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Commentary

Identifying, Improving Safety Gaps in Sterile Pharmacy Compounding Systems and Practices: Part I


February 24, 2021

By Damon Birkemeier, PharmD, FDA/ISMP safe medication management fellow

Damon Birkemeier, PharmD, FDA/ISMP safe medication management fellowMillions of compounded sterile products (CSPs) are produced each year, many of which are in hospital pharmacies. The Institute of Safe Medication Practices (ISMP) launched a survey intended to gather insights into pharmacy sterile compounding systems and practices. The survey aimed to evaluate technologies, policies, and procedures in place, as well as identify major safety concerns surrounding sterile pharmacy compounding. Results described available compounding technologies, safe compounding best practices, and common sterile compounding errors and safety concerns. Over 600 pharmacy practitioners participated in the survey. Below we will briefly discuss the survey results concerning compounding technologies and common safety errors, as well as perceived biggest challenges. Part II will cover sterile compounding best practices identified by ISMP.

Compounding Technologies

As mentioned in a previous blog, technology has become an integral player in the realm of medication safety, especially during sterile compounding. ISMP survey results showed that:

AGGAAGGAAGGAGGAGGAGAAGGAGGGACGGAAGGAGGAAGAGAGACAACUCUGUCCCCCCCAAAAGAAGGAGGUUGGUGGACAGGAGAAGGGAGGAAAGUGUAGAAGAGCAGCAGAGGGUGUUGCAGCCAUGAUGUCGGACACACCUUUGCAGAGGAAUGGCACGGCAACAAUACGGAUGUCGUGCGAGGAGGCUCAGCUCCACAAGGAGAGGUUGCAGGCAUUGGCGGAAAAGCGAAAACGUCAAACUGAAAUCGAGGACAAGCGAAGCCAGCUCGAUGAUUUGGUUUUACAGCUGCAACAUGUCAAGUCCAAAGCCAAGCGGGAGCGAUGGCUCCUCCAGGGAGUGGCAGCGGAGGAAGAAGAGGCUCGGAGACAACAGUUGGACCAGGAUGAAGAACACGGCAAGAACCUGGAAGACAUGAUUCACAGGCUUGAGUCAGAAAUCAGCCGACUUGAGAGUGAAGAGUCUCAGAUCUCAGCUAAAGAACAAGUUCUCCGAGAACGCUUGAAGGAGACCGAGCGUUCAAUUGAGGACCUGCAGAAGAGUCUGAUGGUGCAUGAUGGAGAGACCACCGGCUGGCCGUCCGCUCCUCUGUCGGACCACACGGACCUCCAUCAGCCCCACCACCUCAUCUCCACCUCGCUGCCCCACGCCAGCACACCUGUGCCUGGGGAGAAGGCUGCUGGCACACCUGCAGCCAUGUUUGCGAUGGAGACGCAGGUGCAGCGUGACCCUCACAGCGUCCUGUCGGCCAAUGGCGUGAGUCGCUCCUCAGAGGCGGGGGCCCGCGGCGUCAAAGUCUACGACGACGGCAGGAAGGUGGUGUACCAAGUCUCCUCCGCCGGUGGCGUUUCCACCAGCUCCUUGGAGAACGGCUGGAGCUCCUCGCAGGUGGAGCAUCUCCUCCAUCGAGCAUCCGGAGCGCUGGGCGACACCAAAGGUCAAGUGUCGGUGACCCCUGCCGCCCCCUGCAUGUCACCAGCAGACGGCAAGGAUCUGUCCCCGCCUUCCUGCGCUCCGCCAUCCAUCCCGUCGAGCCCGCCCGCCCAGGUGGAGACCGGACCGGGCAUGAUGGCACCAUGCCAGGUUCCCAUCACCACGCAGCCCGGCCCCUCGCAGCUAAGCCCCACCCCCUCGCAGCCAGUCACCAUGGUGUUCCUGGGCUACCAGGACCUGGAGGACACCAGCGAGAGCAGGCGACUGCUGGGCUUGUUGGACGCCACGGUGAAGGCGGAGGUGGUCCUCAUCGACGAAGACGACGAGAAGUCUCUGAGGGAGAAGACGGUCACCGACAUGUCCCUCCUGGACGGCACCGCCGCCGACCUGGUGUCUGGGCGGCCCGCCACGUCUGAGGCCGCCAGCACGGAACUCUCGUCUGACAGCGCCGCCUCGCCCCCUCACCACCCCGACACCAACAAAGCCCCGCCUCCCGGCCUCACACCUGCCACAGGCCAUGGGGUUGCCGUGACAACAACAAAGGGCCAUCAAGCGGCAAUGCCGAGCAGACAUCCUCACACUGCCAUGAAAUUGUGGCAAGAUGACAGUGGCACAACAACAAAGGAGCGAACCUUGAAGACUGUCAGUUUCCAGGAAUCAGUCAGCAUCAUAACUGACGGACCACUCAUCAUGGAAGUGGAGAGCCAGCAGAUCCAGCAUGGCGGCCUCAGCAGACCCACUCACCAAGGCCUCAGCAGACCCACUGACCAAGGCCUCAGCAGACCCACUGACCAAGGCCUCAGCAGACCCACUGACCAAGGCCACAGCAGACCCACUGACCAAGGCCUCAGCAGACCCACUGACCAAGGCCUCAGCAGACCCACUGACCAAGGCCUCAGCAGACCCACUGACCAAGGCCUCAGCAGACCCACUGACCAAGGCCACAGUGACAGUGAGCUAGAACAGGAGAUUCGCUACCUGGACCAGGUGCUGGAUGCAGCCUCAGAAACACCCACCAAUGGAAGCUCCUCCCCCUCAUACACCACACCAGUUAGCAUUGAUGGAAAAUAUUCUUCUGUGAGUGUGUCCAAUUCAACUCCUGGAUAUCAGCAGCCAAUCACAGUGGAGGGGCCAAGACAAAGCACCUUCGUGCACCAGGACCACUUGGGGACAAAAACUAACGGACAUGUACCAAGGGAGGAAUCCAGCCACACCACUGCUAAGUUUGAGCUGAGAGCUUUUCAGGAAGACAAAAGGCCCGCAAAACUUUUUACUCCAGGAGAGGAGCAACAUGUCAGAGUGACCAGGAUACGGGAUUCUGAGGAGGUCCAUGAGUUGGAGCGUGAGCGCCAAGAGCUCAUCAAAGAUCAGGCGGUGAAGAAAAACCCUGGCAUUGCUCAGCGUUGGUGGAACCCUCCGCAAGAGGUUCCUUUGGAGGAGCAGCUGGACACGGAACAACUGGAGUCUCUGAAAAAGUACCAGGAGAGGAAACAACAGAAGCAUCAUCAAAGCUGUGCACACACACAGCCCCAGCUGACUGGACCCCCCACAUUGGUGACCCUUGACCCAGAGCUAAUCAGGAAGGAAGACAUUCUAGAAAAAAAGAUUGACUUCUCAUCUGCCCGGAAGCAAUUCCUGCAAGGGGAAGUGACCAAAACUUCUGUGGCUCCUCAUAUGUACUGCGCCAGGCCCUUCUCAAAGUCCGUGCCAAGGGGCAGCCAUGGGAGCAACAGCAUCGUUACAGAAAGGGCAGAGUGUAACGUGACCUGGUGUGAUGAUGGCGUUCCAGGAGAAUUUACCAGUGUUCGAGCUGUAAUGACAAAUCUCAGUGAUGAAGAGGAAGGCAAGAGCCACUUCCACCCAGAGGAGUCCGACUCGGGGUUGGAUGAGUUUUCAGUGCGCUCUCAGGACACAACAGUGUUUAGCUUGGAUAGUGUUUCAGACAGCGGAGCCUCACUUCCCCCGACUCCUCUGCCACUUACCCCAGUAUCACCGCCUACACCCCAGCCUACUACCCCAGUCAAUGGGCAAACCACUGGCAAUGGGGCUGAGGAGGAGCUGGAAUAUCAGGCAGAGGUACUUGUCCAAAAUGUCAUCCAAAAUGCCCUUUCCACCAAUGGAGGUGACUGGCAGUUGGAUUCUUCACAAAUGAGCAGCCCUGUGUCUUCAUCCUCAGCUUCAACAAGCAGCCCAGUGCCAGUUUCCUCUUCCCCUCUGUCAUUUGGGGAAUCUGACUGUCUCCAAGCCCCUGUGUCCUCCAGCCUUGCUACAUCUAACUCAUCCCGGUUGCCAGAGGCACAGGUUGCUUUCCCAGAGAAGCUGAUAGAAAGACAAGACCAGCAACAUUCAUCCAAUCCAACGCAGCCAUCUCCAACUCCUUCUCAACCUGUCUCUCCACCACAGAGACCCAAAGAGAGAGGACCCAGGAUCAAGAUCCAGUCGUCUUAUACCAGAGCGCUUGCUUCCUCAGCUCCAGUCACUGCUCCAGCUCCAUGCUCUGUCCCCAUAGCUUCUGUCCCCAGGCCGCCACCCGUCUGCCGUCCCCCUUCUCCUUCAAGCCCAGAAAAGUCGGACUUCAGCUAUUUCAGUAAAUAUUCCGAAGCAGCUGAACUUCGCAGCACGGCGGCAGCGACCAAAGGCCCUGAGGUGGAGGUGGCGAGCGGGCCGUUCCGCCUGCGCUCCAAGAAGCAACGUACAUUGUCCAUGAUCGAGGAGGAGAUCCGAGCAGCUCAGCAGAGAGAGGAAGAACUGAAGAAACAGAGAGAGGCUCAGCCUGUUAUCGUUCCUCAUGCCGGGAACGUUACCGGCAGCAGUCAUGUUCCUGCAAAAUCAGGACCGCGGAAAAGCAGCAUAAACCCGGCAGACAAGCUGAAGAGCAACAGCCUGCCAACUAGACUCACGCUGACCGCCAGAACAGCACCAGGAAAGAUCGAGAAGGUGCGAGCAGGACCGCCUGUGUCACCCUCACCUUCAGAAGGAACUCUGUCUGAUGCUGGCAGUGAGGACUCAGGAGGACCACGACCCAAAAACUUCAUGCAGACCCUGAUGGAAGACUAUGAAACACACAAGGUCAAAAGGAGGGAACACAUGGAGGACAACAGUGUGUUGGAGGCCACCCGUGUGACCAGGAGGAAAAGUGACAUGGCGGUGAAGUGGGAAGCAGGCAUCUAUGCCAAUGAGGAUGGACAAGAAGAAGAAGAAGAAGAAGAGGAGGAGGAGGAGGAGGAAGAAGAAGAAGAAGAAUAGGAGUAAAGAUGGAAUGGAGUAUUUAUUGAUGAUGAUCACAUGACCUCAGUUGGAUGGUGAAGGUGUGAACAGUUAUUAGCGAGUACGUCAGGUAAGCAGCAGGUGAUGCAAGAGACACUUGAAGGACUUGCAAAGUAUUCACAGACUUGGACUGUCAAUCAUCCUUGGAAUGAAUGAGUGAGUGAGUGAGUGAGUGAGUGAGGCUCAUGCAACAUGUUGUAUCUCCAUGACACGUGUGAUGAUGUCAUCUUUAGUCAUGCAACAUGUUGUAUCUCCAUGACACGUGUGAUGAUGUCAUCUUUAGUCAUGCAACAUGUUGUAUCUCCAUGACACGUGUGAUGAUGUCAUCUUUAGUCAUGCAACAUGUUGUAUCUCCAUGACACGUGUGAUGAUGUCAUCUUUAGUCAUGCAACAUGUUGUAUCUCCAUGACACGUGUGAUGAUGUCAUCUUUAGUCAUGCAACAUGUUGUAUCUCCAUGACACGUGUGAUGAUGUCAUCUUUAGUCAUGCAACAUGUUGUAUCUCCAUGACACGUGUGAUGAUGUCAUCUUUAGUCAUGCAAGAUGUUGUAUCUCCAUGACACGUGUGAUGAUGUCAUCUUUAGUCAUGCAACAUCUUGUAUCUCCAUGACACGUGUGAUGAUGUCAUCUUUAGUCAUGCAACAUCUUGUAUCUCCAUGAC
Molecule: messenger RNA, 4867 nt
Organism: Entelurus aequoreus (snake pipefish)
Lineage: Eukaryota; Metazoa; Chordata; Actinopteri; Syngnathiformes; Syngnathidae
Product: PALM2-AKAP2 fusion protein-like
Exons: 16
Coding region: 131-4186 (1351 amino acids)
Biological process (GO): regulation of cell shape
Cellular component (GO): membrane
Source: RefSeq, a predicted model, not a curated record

• More than half of respondents (57%) reported using technologies when compounding sterile preparations. These included barcode verification systems without imaging, workflow systems with barcode verification and imaging and/or gravimetrics, automated multiple ingredient compounding devices, image sharing or remote video supervision of the sterile compounding process, and an intravenous compounding robot.
  • Barcode verification systems without images and workflow systems using both barcode verification and images were the most used technologies reported.
  • Sixty-three percent of respondents utilizing images to verify CSPs stated that they stop production for verification of certain drugs, diluents, and doses before mixing the ingredients and completing the compounding process. Some respondents further reported that all medications require verification prior to mixing.

Sterile Compounding Errors and Safety Challenges

  • Nearly three-quarters (74%) of all respondents were aware of at least one pharmacy sterile compounding error that had occurred during the past 12 months. Not surprisingly, a higher percentage of pharmacists were aware of these errors than technicians.
  • There were over a dozen different types of sterile compounding errors reported – the three most common errors reported were incorrect dose or concentration, incorrect base solution, and incorrect base solution volume.
  • More than 600 comments were submitted from survey respondents regarding their biggest challenges relating to sterile compounding with the three most common categories reported being a lack of a direct verification of the compounded sterile preparation process, difficulty meeting USP standards, and insufficient staff training and competency.

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